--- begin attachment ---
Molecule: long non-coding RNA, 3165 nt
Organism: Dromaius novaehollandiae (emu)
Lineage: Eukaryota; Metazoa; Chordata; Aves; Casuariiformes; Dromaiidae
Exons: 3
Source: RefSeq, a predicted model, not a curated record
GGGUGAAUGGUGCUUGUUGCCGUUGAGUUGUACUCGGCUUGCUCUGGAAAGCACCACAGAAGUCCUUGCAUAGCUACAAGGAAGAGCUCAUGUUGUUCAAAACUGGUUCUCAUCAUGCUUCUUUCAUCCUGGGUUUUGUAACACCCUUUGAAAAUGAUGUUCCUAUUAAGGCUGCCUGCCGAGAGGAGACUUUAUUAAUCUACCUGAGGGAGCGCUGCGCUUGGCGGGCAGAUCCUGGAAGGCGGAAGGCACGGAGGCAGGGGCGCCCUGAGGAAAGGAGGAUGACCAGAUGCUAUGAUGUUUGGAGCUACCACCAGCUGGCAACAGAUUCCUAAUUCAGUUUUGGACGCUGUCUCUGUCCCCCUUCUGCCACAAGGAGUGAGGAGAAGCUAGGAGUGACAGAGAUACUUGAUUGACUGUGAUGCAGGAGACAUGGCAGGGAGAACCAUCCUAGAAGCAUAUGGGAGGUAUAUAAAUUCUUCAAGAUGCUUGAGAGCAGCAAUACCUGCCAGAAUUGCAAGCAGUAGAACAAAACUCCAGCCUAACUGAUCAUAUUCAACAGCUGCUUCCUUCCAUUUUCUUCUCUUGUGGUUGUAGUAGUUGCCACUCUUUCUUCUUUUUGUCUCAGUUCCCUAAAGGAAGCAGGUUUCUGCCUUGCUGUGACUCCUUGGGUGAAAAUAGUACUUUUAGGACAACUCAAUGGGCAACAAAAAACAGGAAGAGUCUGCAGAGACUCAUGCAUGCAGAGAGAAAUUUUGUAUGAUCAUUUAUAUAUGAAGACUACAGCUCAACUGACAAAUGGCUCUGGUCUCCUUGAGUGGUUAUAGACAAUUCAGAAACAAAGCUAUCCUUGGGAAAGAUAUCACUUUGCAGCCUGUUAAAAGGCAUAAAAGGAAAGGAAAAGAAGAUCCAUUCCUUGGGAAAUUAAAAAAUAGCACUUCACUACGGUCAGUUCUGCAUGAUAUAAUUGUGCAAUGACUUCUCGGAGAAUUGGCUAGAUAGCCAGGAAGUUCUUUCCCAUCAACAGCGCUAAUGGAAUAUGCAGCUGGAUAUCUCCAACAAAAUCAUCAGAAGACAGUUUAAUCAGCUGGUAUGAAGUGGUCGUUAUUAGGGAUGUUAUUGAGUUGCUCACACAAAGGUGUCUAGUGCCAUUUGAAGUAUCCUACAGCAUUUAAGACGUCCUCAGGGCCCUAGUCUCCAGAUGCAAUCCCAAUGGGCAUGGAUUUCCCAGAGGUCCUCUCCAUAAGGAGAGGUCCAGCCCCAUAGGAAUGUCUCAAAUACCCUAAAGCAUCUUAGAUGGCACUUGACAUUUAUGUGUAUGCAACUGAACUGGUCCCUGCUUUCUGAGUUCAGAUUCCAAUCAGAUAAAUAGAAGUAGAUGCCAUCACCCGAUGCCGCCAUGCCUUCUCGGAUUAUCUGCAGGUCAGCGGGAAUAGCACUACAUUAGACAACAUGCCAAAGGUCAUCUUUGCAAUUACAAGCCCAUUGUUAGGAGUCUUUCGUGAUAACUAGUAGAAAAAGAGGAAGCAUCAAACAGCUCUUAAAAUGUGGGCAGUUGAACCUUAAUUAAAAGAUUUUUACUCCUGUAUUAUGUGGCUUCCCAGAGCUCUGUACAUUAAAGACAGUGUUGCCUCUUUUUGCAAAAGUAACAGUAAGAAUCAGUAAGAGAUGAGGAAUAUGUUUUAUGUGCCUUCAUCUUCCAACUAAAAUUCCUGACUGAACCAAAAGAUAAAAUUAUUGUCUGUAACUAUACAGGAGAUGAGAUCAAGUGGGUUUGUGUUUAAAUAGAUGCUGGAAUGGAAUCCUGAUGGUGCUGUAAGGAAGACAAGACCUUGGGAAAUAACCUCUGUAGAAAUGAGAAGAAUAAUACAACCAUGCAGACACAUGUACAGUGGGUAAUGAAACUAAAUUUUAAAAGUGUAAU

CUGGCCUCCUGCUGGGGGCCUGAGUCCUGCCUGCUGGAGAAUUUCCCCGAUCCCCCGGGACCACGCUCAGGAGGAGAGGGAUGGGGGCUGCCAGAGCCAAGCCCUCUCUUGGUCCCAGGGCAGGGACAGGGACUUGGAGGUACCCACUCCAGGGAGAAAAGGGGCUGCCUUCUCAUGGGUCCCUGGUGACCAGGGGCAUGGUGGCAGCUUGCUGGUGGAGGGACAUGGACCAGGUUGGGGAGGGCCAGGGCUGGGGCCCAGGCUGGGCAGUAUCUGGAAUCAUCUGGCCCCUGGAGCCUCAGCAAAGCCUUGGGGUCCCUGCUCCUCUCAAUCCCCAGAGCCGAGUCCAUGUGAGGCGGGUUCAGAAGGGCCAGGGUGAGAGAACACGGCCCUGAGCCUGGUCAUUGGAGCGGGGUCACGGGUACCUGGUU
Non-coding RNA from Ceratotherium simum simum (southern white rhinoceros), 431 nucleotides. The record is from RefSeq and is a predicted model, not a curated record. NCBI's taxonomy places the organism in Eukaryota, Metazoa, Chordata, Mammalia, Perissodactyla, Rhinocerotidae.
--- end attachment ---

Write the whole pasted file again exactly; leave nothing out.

Molecule: long non-coding RNA, 3165 nt
Organism: Dromaius novaehollandiae (emu)
Lineage: Eukaryota; Metazoa; Chordata; Aves; Casuariiformes; Dromaiidae
Exons: 3
Source: RefSeq, a predicted model, not a curated record
GGGUGAAUGGUGCUUGUUGCCGUUGAGUUGUACUCGGCUUGCUCUGGAAAGCACCACAGAAGUCCUUGCAUAGCUACAAGGAAGAGCUCAUGUUGUUCAAAACUGGUUCUCAUCAUGCUUCUUUCAUCCUGGGUUUUGUAACACCCUUUGAAAAUGAUGUUCCUAUUAAGGCUGCCUGCCGAGAGGAGACUUUAUUAAUCUACCUGAGGGAGCGCUGCGCUUGGCGGGCAGAUCCUGGAAGGCGGAAGGCACGGAGGCAGGGGCGCCCUGAGGAAAGGAGGAUGACCAGAUGCUAUGAUGUUUGGAGCUACCACCAGCUGGCAACAGAUUCCUAAUUCAGUUUUGGACGCUGUCUCUGUCCCCCUUCUGCCACAAGGAGUGAGGAGAAGCUAGGAGUGACAGAGAUACUUGAUUGACUGUGAUGCAGGAGACAUGGCAGGGAGAACCAUCCUAGAAGCAUAUGGGAGGUAUAUAAAUUCUUCAAGAUGCUUGAGAGCAGCAAUACCUGCCAGAAUUGCAAGCAGUAGAACAAAACUCCAGCCUAACUGAUCAUAUUCAACAGCUGCUUCCUUCCAUUUUCUUCUCUUGUGGUUGUAGUAGUUGCCACUCUUUCUUCUUUUUGUCUCAGUUCCCUAAAGGAAGCAGGUUUCUGCCUUGCUGUGACUCCUUGGGUGAAAAUAGUACUUUUAGGACAACUCAAUGGGCAACAAAAAACAGGAAGAGUCUGCAGAGACUCAUGCAUGCAGAGAGAAAUUUUGUAUGAUCAUUUAUAUAUGAAGACUACAGCUCAACUGACAAAUGGCUCUGGUCUCCUUGAGUGGUUAUAGACAAUUCAGAAACAAAGCUAUCCUUGGGAAAGAUAUCACUUUGCAGCCUGUUAAAAGGCAUAAAAGGAAAGGAAAAGAAGAUCCAUUCCUUGGGAAAUUAAAAAAUAGCACUUCACUACGGUCAGUUCUGCAUGAUAUAAUUGUGCAAUGACUUCUCGGAGAAUUGGCUAGAUAGCCAGGAAGUUCUUUCCCAUCAACAGCGCUAAUGGAAUAUGCAGCUGGAUAUCUCCAACAAAAUCAUCAGAAGACAGUUUAAUCAGCUGGUAUGAAGUGGUCGUUAUUAGGGAUGUUAUUGAGUUGCUCACACAAAGGUGUCUAGUGCCAUUUGAAGUAUCCUACAGCAUUUAAGACGUCCUCAGGGCCCUAGUCUCCAGAUGCAAUCCCAAUGGGCAUGGAUUUCCCAGAGGUCCUCUCCAUAAGGAGAGGUCCAGCCCCAUAGGAAUGUCUCAAAUACCCUAAAGCAUCUUAGAUGGCACUUGACAUUUAUGUGUAUGCAACUGAACUGGUCCCUGCUUUCUGAGUUCAGAUUCCAAUCAGAUAAAUAGAAGUAGAUGCCAUCACCCGAUGCCGCCAUGCCUUCUCGGAUUAUCUGCAGGUCAGCGGGAAUAGCACUACAUUAGACAACAUGCCAAAGGUCAUCUUUGCAAUUACAAGCCCAUUGUUAGGAGUCUUUCGUGAUAACUAGUAGAAAAAGAGGAAGCAUCAAACAGCUCUUAAAAUGUGGGCAGUUGAACCUUAAUUAAAAGAUUUUUACUCCUGUAUUAUGUGGCUUCCCAGAGCUCUGUACAUUAAAGACAGUGUUGCCUCUUUUUGCAAAAGUAACAGUAAGAAUCAGUAAGAGAUGAGGAAUAUGUUUUAUGUGCCUUCAUCUUCCAACUAAAAUUCCUGACUGAACCAAAAGAUAAAAUUAUUGUCUGUAACUAUACAGGAGAUGAGAUCAAGUGGGUUUGUGUUUAAAUAGAUGCUGGAAUGGAAUCCUGAUGGUGCUGUAAGGAAGACAAGACCUUGGGAAAUAACCUCUGUAGAAAUGAGAAGAAUAAUACAACCAUGCAGACACAUGUACAGUGGGUAAUGAAACUAAAUUUUAAAAGUGUAAU

CUGGCCUCCUGCUGGGGGCCUGAGUCCUGCCUGCUGGAGAAUUUCCCCGAUCCCCCGGGACCACGCUCAGGAGGAGAGGGAUGGGGGCUGCCAGAGCCAAGCCCUCUCUUGGUCCCAGGGCAGGGACAGGGACUUGGAGGUACCCACUCCAGGGAGAAAAGGGGCUGCCUUCUCAUGGGUCCCUGGUGACCAGGGGCAUGGUGGCAGCUUGCUGGUGGAGGGACAUGGACCAGGUUGGGGAGGGCCAGGGCUGGGGCCCAGGCUGGGCAGUAUCUGGAAUCAUCUGGCCCCUGGAGCCUCAGCAAAGCCUUGGGGUCCCUGCUCCUCUCAAUCCCCAGAGCCGAGUCCAUGUGAGGCGGGUUCAGAAGGGCCAGGGUGAGAGAACACGGCCCUGAGCCUGGUCAUUGGAGCGGGGUCACGGGUACCUGGUU
Non-coding RNA from Ceratotherium simum simum (southern white rhinoceros), 431 nucleotides. The record is from RefSeq and is a predicted model, not a curated record. NCBI's taxonomy places the organism in Eukaryota, Metazoa, Chordata, Mammalia, Perissodactyla, Rhinocerotidae.